Perkins v. International Paper Co., No. 18-1507 (4th Cir. 2019)

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Justia Opinion Summary

The Fourth Circuit affirmed the district court's grant of summary judgment for IPC in plaintiff's action under Title VII of the Civil Rights Act of 1965, alleging race-based discrimination claims.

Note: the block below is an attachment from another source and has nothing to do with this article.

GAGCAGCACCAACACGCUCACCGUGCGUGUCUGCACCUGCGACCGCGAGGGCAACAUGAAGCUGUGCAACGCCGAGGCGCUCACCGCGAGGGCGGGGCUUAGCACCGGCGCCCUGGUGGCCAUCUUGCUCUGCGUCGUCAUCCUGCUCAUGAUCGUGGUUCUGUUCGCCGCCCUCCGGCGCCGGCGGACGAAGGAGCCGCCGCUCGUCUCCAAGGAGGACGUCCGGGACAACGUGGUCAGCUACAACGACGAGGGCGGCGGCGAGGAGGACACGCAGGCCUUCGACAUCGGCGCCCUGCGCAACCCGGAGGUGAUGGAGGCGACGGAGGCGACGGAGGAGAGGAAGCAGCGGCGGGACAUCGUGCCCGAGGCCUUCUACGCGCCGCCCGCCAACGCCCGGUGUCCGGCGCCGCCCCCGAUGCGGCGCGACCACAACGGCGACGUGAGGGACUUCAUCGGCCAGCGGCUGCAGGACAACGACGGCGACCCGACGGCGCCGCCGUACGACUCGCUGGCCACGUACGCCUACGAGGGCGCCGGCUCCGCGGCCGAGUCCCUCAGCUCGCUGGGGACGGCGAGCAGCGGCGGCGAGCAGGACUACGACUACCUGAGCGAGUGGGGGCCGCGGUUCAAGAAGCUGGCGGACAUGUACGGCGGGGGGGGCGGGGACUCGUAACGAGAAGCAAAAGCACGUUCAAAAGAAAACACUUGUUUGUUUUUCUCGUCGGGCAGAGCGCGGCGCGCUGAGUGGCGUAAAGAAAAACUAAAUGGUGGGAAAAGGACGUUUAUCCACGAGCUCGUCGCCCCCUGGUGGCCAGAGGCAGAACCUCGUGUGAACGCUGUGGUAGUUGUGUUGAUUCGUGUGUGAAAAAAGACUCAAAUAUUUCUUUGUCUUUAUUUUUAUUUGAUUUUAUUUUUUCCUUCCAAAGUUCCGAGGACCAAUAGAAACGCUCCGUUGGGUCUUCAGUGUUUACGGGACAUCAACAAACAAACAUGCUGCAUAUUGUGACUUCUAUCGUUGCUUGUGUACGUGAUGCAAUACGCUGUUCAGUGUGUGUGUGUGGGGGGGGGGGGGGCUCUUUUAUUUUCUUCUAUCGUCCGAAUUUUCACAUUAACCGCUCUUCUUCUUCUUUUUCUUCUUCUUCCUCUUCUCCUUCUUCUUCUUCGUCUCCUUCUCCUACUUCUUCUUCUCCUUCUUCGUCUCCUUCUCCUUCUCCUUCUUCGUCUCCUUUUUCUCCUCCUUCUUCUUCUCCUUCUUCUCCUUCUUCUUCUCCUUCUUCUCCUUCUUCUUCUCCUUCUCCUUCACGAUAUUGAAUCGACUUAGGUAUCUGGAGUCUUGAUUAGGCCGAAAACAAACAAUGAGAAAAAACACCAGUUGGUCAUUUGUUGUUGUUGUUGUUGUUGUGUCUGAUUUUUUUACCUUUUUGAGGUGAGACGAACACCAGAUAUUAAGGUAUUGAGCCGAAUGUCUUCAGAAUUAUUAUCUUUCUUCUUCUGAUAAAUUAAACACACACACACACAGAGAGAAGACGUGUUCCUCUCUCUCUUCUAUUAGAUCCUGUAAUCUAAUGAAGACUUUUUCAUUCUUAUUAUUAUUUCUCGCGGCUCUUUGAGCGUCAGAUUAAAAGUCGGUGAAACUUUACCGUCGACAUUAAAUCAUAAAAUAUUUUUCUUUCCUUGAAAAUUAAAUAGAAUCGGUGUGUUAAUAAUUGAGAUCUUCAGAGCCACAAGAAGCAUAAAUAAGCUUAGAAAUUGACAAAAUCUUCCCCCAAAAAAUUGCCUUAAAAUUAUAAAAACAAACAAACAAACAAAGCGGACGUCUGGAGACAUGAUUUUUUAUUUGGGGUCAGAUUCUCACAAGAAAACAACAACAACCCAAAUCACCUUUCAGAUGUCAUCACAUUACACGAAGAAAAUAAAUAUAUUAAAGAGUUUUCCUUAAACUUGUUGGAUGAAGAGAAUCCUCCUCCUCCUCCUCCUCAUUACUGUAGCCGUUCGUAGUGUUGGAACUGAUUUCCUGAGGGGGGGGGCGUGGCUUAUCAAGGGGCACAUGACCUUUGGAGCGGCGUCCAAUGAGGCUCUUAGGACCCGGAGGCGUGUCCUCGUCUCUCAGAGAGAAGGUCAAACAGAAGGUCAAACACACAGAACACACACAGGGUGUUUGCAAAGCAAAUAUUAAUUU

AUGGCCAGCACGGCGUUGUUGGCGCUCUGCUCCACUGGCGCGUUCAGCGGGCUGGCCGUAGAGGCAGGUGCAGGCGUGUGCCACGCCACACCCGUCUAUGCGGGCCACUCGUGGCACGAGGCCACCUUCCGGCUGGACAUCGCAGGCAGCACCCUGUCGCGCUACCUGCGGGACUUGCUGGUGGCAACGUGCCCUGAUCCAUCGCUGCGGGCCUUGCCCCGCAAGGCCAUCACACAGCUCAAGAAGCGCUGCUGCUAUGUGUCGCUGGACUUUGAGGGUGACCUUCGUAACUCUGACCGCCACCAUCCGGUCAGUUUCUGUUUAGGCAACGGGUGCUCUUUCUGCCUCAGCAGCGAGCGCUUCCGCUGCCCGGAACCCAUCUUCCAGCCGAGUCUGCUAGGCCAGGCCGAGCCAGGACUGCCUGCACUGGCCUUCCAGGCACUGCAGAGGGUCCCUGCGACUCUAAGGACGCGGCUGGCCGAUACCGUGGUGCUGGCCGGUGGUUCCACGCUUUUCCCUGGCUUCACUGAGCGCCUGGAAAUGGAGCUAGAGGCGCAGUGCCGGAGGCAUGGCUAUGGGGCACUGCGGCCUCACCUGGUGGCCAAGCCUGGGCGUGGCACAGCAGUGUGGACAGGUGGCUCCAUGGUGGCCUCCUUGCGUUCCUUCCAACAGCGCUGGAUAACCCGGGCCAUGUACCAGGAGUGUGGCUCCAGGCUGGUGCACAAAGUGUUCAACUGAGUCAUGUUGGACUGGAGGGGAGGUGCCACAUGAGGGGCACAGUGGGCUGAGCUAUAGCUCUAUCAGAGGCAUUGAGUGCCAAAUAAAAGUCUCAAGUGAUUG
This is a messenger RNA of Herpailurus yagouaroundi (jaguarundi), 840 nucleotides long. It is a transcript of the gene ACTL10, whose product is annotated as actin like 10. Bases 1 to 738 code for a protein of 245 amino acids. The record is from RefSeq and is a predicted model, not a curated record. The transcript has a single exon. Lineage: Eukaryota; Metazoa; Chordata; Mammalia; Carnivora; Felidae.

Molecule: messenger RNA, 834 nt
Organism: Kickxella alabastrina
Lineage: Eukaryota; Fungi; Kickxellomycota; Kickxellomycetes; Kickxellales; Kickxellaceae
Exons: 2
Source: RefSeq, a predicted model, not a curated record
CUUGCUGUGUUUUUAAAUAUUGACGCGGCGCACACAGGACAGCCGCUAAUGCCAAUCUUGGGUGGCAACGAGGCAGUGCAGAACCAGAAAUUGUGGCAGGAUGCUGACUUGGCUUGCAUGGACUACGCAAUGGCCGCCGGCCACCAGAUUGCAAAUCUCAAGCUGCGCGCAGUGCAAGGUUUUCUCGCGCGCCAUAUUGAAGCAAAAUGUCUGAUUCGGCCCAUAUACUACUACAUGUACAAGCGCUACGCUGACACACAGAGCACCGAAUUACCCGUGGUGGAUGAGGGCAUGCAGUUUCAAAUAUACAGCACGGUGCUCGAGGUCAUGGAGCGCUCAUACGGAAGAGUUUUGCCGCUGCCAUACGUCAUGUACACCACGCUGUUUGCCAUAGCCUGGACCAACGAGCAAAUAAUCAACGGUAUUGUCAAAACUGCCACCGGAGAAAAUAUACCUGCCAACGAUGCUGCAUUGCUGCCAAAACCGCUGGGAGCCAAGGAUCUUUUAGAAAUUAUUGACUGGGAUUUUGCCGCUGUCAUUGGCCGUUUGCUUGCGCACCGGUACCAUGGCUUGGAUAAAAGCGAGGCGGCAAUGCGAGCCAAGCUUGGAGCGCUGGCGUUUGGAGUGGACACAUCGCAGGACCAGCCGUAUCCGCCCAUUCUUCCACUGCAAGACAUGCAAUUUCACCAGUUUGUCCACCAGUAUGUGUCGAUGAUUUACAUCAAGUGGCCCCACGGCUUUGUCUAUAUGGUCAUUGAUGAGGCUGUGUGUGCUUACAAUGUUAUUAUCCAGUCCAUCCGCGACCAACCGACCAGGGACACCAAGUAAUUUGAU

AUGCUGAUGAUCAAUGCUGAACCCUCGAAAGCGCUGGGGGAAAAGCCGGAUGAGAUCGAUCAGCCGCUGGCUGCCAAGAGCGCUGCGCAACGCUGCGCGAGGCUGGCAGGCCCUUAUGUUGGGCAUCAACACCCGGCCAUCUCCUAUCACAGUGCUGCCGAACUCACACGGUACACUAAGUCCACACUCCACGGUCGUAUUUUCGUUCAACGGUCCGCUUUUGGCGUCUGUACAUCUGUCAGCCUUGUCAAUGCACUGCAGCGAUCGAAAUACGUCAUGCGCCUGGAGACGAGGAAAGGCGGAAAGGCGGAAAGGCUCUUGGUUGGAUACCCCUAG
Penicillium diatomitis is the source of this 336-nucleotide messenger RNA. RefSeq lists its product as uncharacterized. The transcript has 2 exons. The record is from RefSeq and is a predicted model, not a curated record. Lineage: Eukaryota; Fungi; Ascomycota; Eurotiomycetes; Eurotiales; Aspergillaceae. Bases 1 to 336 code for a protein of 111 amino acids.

In regard to the disparate treatment claim, the court held that plaintiff's claims of disparate treatment for being denied positions, overtime, additional educational benefits and training were time-barred. As for plaintiff's timely claim that he was denied annual reviews, the court held that plaintiff offered no evidence demonstrating IPC's failure to give him annual reviews affected the terms, benefits and conditions of his employment. Furthermore, even if hostile treatment could qualify as an adverse employment action, plaintiff's claim that the hostile treatment he received at IPC constitutes an adverse employment action would fail as a matter of law. In regard to the race-based hostile work environment claim, the court held that the totality of the circumstances did not sufficiently demonstrate a severe or pervasive hostile work environment. Finally, plaintiff failed to create a genuine issue of material fact as to his constructive discharge claim.